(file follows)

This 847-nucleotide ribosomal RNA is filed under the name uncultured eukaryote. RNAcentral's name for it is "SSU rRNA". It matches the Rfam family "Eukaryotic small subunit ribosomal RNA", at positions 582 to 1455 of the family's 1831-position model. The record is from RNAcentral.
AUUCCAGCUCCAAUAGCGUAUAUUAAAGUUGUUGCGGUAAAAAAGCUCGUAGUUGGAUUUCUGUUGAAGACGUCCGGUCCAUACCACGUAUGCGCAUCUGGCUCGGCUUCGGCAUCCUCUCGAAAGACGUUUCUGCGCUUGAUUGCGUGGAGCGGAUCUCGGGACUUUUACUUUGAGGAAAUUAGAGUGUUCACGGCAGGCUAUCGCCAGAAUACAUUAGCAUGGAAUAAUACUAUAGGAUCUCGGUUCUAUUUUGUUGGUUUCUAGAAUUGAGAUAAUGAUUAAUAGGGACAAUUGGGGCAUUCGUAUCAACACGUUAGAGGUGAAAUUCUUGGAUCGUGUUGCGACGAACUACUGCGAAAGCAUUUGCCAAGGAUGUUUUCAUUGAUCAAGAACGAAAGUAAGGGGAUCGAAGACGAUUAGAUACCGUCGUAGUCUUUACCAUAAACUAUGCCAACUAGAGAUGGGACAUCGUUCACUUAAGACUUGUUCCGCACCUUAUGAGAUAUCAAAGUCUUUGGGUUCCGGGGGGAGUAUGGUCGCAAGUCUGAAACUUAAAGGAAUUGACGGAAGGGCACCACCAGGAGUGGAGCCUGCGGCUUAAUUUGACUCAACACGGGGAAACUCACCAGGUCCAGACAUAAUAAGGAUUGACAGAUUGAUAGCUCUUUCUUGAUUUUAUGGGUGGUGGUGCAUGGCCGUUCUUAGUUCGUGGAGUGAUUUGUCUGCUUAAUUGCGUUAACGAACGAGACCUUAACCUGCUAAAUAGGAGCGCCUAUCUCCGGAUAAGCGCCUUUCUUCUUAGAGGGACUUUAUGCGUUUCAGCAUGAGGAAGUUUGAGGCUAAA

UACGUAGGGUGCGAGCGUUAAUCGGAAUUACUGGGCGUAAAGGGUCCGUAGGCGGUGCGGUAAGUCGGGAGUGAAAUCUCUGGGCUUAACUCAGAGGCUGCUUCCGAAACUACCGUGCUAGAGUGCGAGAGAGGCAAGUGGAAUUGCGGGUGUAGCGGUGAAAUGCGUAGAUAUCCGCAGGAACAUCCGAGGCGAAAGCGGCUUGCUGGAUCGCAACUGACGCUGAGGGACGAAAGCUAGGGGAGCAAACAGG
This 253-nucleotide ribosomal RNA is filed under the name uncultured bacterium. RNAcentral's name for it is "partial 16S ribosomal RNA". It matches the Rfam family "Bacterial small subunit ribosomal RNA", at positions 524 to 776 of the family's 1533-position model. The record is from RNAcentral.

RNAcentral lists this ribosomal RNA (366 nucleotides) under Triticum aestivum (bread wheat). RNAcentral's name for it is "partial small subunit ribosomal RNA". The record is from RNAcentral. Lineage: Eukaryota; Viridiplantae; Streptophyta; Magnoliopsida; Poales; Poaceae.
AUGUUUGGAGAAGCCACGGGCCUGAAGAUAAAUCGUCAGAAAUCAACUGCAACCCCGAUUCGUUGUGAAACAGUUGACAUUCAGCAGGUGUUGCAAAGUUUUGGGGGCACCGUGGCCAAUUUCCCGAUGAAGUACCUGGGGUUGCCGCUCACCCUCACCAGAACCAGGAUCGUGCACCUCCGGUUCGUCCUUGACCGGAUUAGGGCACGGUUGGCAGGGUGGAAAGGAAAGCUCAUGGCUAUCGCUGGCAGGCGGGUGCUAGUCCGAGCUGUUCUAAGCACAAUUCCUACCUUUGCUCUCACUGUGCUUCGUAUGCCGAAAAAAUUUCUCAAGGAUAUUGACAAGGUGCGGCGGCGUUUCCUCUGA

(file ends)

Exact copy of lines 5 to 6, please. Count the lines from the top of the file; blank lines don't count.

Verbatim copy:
RNAcentral lists this ribosomal RNA (366 nucleotides) under Triticum aestivum (bread wheat). RNAcentral's name for it is "partial small subunit ribosomal RNA". The record is from RNAcentral. Lineage: Eukaryota; Viridiplantae; Streptophyta; Magnoliopsida; Poales; Poaceae.
AUGUUUGGAGAAGCCACGGGCCUGAAGAUAAAUCGUCAGAAAUCAACUGCAACCCCGAUUCGUUGUGAAACAGUUGACAUUCAGCAGGUGUUGCAAAGUUUUGGGGGCACCGUGGCCAAUUUCCCGAUGAAGUACCUGGGGUUGCCGCUCACCCUCACCAGAACCAGGAUCGUGCACCUCCGGUUCGUCCUUGACCGGAUUAGGGCACGGUUGGCAGGGUGGAAAGGAAAGCUCAUGGCUAUCGCUGGCAGGCGGGUGCUAGUCCGAGCUGUUCUAAGCACAAUUCCUACCUUUGCUCUCACUGUGCUUCGUAUGCCGAAAAAAUUUCUCAAGGAUAUUGACAAGGUGCGGCGGCGUUUCCUCUGA